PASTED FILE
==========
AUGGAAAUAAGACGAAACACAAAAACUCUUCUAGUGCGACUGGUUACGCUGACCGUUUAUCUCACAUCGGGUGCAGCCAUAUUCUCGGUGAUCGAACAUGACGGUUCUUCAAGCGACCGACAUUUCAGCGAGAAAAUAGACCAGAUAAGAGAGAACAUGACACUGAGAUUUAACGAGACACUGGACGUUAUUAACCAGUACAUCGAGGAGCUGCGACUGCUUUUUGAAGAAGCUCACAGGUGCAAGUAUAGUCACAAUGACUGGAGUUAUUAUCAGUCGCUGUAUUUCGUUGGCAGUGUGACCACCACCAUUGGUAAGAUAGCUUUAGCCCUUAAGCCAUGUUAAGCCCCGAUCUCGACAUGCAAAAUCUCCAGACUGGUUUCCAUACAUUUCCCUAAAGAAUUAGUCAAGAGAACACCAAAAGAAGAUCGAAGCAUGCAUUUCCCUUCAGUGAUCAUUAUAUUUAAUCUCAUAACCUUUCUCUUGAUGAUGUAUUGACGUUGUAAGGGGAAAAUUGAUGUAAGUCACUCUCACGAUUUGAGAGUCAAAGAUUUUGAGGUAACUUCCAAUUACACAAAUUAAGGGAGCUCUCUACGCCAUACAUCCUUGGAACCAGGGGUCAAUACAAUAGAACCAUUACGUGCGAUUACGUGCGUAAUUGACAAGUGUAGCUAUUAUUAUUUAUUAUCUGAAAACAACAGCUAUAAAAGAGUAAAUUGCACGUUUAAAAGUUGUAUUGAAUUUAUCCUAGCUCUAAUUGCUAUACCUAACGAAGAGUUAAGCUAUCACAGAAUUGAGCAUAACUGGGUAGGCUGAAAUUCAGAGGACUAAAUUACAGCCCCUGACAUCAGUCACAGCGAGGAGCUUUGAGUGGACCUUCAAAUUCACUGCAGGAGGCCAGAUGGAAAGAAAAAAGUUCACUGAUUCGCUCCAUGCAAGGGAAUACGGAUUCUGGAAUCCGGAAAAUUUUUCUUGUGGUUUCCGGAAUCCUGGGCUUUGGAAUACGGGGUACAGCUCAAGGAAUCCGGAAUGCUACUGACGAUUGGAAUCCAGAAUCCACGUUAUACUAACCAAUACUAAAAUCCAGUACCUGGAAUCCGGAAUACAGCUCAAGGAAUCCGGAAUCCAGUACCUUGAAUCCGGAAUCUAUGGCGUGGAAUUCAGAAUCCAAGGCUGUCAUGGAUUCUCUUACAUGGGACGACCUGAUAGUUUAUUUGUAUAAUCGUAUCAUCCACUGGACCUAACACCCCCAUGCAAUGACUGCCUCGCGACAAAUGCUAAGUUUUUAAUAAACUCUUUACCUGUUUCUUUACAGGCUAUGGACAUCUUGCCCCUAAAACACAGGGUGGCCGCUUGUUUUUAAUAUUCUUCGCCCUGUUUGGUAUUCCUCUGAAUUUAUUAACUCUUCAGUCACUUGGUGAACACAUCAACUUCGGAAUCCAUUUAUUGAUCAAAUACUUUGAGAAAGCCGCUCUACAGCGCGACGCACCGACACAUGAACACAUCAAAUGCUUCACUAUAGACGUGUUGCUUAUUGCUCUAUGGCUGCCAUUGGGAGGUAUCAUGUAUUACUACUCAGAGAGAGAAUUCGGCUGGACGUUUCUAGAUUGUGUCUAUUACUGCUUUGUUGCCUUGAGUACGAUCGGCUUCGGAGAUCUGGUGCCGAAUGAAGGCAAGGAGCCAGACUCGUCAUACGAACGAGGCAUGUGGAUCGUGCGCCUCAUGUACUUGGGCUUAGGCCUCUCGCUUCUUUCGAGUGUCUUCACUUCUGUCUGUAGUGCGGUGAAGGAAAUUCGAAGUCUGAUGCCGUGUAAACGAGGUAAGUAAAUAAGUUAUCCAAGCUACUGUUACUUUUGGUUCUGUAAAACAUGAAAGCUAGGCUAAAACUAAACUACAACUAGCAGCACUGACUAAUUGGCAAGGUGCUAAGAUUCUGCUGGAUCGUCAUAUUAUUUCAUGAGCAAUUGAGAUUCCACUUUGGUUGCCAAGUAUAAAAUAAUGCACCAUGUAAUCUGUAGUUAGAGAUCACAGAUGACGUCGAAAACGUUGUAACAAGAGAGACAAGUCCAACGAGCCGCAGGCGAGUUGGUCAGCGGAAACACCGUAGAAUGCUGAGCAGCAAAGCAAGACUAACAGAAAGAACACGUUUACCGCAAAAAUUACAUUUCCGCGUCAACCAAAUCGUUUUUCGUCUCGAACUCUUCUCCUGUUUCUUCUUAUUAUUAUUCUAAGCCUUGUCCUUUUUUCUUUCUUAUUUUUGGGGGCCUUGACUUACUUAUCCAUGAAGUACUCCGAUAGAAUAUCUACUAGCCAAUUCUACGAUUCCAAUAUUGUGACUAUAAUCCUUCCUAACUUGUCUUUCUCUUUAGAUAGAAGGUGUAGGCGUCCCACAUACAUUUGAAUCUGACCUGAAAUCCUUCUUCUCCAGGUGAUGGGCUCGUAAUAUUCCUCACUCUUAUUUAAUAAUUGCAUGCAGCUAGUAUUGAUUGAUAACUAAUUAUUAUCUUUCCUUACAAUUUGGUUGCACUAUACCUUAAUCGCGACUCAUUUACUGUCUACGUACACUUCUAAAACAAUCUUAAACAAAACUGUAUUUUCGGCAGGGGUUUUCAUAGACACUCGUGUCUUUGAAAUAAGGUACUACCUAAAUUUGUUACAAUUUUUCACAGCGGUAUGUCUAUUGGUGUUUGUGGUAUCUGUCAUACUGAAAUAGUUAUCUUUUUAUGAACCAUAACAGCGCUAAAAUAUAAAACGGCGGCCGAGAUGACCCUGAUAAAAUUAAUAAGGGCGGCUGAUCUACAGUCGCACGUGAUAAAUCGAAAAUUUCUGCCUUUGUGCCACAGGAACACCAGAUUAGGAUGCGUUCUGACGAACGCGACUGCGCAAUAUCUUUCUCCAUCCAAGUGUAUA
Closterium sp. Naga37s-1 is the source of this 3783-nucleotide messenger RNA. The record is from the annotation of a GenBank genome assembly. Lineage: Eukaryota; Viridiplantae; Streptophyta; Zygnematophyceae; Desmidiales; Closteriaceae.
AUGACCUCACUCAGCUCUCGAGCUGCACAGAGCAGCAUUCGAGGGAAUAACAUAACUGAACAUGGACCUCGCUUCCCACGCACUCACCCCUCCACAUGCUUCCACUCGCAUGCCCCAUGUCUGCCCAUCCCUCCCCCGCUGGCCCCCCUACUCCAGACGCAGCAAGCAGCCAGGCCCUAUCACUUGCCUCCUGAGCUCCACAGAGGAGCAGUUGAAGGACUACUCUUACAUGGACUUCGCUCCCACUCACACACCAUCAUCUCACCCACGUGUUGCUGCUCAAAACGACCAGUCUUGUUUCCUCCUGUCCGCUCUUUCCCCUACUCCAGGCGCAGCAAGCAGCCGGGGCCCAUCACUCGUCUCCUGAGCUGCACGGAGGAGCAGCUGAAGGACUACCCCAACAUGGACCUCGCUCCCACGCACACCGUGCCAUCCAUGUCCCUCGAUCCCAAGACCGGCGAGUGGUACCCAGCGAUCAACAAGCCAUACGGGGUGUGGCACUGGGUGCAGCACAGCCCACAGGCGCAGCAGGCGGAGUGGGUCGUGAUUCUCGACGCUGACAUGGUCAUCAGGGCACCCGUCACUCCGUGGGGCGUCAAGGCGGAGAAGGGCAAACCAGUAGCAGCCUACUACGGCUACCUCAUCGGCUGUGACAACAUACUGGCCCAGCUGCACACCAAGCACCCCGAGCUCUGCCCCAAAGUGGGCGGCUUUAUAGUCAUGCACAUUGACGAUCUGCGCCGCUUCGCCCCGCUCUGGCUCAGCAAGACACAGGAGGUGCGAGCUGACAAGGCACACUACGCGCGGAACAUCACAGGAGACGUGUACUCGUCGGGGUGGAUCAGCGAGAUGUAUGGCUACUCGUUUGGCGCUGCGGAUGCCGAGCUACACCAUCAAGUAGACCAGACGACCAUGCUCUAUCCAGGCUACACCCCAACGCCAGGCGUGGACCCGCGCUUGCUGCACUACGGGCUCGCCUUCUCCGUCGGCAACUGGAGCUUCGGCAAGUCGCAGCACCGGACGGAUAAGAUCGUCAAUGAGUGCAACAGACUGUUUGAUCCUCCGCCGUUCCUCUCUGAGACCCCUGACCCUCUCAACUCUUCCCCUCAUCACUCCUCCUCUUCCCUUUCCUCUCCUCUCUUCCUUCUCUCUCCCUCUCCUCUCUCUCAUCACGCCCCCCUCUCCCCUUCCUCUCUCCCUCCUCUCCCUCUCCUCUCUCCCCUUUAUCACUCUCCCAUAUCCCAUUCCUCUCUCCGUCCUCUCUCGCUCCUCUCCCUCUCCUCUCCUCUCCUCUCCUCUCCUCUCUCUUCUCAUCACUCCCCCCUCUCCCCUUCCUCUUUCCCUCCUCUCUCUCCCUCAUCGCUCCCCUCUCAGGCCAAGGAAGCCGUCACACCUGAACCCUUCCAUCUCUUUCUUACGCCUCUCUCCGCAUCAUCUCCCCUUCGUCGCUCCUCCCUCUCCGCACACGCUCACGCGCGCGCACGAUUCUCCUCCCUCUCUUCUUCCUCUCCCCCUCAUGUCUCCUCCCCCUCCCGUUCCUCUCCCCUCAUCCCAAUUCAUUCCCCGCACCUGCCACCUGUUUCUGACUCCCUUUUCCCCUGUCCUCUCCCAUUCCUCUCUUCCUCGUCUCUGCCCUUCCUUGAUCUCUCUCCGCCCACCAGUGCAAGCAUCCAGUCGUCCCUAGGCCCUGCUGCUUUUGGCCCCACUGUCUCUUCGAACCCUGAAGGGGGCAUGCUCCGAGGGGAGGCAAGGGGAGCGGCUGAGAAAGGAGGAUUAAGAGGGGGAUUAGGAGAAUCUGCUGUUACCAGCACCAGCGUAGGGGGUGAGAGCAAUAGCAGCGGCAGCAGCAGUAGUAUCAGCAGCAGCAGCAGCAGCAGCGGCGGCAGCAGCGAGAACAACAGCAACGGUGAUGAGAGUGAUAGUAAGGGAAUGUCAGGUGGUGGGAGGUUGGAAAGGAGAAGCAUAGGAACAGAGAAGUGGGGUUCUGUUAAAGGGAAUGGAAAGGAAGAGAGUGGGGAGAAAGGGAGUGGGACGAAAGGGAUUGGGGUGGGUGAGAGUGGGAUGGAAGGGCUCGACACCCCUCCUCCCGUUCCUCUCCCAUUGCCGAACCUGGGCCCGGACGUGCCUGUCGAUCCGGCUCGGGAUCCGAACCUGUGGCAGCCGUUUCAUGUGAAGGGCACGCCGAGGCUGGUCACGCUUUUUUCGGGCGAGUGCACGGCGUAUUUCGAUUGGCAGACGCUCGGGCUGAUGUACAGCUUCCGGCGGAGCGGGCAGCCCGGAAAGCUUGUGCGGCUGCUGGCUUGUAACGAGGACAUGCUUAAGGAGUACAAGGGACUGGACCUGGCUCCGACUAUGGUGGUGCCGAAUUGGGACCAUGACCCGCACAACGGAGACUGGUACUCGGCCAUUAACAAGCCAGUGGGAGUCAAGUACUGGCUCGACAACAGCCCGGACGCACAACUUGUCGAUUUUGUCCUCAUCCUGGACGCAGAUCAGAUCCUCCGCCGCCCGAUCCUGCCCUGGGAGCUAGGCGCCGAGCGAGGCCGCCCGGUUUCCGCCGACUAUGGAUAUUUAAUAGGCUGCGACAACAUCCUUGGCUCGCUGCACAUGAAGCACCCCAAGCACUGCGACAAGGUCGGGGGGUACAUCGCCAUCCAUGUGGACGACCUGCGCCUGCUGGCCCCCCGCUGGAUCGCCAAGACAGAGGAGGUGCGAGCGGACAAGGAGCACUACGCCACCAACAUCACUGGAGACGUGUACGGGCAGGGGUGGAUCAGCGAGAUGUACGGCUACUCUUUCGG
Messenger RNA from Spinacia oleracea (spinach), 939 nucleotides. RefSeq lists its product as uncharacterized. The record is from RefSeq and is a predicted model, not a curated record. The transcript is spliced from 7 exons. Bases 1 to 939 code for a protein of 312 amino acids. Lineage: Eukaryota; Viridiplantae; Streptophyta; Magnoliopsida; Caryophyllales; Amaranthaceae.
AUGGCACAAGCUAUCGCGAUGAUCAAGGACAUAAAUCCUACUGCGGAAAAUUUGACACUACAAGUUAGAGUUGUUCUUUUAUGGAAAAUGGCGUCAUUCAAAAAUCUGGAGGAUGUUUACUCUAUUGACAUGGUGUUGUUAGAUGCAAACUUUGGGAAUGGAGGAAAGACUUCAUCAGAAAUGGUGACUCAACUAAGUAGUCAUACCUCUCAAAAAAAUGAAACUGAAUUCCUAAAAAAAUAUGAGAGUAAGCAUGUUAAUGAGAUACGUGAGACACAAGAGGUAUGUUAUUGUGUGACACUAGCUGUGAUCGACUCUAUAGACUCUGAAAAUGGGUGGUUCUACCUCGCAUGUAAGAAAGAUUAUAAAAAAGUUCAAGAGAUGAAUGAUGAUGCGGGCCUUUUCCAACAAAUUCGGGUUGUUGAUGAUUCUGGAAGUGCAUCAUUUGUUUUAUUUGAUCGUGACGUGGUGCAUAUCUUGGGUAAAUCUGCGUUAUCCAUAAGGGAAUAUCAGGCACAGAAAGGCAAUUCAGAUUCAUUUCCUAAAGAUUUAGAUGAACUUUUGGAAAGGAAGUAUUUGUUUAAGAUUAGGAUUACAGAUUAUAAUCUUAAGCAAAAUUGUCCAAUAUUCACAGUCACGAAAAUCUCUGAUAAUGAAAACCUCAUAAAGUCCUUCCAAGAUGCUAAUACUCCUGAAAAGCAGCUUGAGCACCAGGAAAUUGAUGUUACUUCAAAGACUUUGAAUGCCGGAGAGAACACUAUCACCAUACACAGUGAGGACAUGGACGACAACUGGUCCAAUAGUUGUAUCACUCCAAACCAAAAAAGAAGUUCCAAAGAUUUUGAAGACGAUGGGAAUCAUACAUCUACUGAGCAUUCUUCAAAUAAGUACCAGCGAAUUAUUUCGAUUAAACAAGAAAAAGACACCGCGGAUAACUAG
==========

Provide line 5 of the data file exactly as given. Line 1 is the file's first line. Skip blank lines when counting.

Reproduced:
AUGGCACAAGCUAUCGCGAUGAUCAAGGACAUAAAUCCUACUGCGGAAAAUUUGACACUACAAGUUAGAGUUGUUCUUUUAUGGAAAAUGGCGUCAUUCAAAAAUCUGGAGGAUGUUUACUCUAUUGACAUGGUGUUGUUAGAUGCAAACUUUGGGAAUGGAGGAAAGACUUCAUCAGAAAUGGUGACUCAACUAAGUAGUCAUACCUCUCAAAAAAAUGAAACUGAAUUCCUAAAAAAAUAUGAGAGUAAGCAUGUUAAUGAGAUACGUGAGACACAAGAGGUAUGUUAUUGUGUGACACUAGCUGUGAUCGACUCUAUAGACUCUGAAAAUGGGUGGUUCUACCUCGCAUGUAAGAAAGAUUAUAAAAAAGUUCAAGAGAUGAAUGAUGAUGCGGGCCUUUUCCAACAAAUUCGGGUUGUUGAUGAUUCUGGAAGUGCAUCAUUUGUUUUAUUUGAUCGUGACGUGGUGCAUAUCUUGGGUAAAUCUGCGUUAUCCAUAAGGGAAUAUCAGGCACAGAAAGGCAAUUCAGAUUCAUUUCCUAAAGAUUUAGAUGAACUUUUGGAAAGGAAGUAUUUGUUUAAGAUUAGGAUUACAGAUUAUAAUCUUAAGCAAAAUUGUCCAAUAUUCACAGUCACGAAAAUCUCUGAUAAUGAAAACCUCAUAAAGUCCUUCCAAGAUGCUAAUACUCCUGAAAAGCAGCUUGAGCACCAGGAAAUUGAUGUUACUUCAAAGACUUUGAAUGCCGGAGAGAACACUAUCACCAUACACAGUGAGGACAUGGACGACAACUGGUCCAAUAGUUGUAUCACUCCAAACCAAAAAAGAAGUUCCAAAGAUUUUGAAGACGAUGGGAAUCAUACAUCUACUGAGCAUUCUUCAAAUAAGUACCAGCGAAUUAUUUCGAUUAAACAAGAAAAAGACACCGCGGAUAACUAG